CHICAGO — Former Vice President Al Gore might have actually made a bigger impact on the Food Marketing Institute Show here last week by not showing up than he would have if he had given his scheduled keynote address.
Gore, who FMI said canceled his appearance “for personal reasons” just over a week before the event, found himself the butt of repeated jokes throughout the conference.
“I looked on my milk carton this morning and it said, ‘Have you seen this man?’ and there was a picture of Al Gore,” said Michael Sansolo, senior vice president, Food Marketing Institute, before introducing the alternate keynote speakers.
Gore's reasons for canceling remained a mystery, although on his website, algore.com, he discussed his travels and other speeches he gave within a few days of FMI, including an address to the American Institute of Architecture.
“Clearly it was very rude of him not to come, and the reason he gave wasn't a good one,” said Neil Golub, chairman and chief executive officer, Price Chopper Supermarkets, Schenectady, N.Y. “But the two speakers we had were very interesting, and I think I got a lot more out of that than I would have if Al Gore had spoken.”
The two substitute speakers, Marc Gunther of Fortune magazine, and Chip Heath, a marketing professor at Stamford University and a columnist at Fast Company magazine, addressed the issues of sustainability and crafting memorable marketing messages, respectively (see Page 20).
The 2007 FMI Show was the last to be scheduled for Chicago, at least for the next two years, as the show begins rotating to different locations and alternating between an exhibit show and an educational conference.
Most retailers interviewed by SN at this year's show said they supported the changes.
“I'd view [changes to the FMI Show] as a positive, because it's a little overwhelming as it is now,” said Gary Rygg, director of marketing for Red Apple Stores, Northwest Grocers, Seattle. “I've only got three days, and it's tough to get in all I want to see in that time. So I'll be looking forward to next year.”
He said he would like to see more focus on the educational aspect of the conferences, especially as it relates to marketing topics.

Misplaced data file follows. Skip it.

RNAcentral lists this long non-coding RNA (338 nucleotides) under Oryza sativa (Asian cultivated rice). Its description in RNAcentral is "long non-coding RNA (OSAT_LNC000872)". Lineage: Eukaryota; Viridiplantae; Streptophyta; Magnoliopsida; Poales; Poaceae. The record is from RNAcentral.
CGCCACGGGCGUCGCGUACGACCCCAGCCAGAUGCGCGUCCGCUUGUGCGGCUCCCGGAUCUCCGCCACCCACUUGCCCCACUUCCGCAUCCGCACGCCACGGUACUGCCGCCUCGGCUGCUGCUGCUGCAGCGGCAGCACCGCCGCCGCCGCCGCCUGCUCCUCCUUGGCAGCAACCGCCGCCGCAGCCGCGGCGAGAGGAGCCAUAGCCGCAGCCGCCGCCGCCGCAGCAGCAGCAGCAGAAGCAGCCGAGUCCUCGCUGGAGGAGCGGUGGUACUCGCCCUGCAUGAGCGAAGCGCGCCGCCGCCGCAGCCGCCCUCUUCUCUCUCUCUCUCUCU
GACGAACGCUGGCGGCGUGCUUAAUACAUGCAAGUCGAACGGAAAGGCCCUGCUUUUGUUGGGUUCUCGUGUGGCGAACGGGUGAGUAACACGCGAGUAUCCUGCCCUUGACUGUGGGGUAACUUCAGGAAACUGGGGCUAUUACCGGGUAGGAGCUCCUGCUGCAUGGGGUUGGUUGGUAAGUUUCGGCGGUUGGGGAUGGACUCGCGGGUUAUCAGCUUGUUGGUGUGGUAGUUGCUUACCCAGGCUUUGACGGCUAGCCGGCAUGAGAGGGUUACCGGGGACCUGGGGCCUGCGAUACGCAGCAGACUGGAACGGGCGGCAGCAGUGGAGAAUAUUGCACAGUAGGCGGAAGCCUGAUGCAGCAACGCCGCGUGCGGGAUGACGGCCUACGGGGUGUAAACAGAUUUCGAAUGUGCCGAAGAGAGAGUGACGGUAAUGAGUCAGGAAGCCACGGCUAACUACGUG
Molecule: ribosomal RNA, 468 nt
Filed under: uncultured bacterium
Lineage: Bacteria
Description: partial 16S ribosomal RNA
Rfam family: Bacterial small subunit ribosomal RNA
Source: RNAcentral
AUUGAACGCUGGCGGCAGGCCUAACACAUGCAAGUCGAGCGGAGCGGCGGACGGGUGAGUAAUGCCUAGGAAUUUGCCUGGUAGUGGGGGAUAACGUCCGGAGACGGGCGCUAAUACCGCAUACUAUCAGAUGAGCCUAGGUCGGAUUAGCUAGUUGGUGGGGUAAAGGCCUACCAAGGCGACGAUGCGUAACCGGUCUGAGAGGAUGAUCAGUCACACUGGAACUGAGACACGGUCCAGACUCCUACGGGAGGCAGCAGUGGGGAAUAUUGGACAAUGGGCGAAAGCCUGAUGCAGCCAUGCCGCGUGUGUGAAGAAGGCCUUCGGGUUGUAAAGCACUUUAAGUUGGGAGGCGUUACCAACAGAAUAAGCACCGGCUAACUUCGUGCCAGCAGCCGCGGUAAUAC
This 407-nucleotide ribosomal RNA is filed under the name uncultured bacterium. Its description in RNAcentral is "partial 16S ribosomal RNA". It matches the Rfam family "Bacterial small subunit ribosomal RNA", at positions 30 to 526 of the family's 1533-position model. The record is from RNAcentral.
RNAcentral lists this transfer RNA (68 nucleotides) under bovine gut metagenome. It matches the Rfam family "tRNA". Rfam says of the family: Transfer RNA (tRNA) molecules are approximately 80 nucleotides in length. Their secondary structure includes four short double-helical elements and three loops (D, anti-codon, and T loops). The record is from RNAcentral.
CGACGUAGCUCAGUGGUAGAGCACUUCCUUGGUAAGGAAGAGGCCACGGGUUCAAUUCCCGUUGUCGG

“I've been to a few seminars this year, and quite frankly I wasn't that impressed,” he said.
One locally based retailer said it would be difficult to travel to the conference when it begins rotating to different cities.
“We won't be able to go to the show when it moves,” said David Trestle, owner of Hometown Foods, Gilman, Ill. “The biggest reason is that we're only an hour away from here. We always bring all of our full-time employees as a kind of extra bonus.”
Ed Crenshaw, president, Publix Super Markets, Lakeland, Fla., said his company, which usually brings a large contingent to the FMI Show each year, will reassess who it brings to the educational forum based on the topics to be covered.
“We'll evaluate who we send,” he said. “We'll make sure we pick the right attendees.”
Joe Azzolina, CEO of Food Circus Supermarkets, Middletown, N.J., said he thinks the show will be improved by alternating to an every-other-year format.
“I think FMI will be a bigger and better show, because for a lot of the show people, especially the refrigeration and technology people, it's very expensive to do every year,” he said. “I think we'll get more turnout if we do it every other year.”
This year also marked the first time that FMI combined its annual show with its technology expo, Marketechnics.
“The Marketechnics exhibit aisle was quiet,” said Bill Macaloney, owner of Jax Markets, Anaheim, Calif. “I'm not sure it attracted the same people as it did in the past. I'd like to see more people there.”
Mike Brown, general manager of retail technology, Unified Western Grocers, Commerce, Calif., agreed that the technology show was a little slow.
“I don't think I saw one-quarter of the retailers I would see at Marketechnics in the past,” he said. “We've started going in January to the National Retail Federation Show, which I think has taken the place of the Marketechnics show. But I think the Marketechnics show still has a value and needs to keep going.”
Some retailers, however, said they appreciated the chance to expose different sides of their organizations to other aspects of the business by having the two shows together.
“It gives everyone a chance to cross-pollinate,” said Rich Parkinson, president and CEO, Associated Food Stores, Salt Lake City. “It's a chance for everyone to see the bigger picture.”
Don Swofford, manager of retail technology products, Unified Western Grocers, Commerce, Calif., supported that idea.
“I was glad for the opportunity to see the regular FMI Show,” he said. “I would normally not have that opportunity.”
Additional reporting: Michael Garry and Jon Springer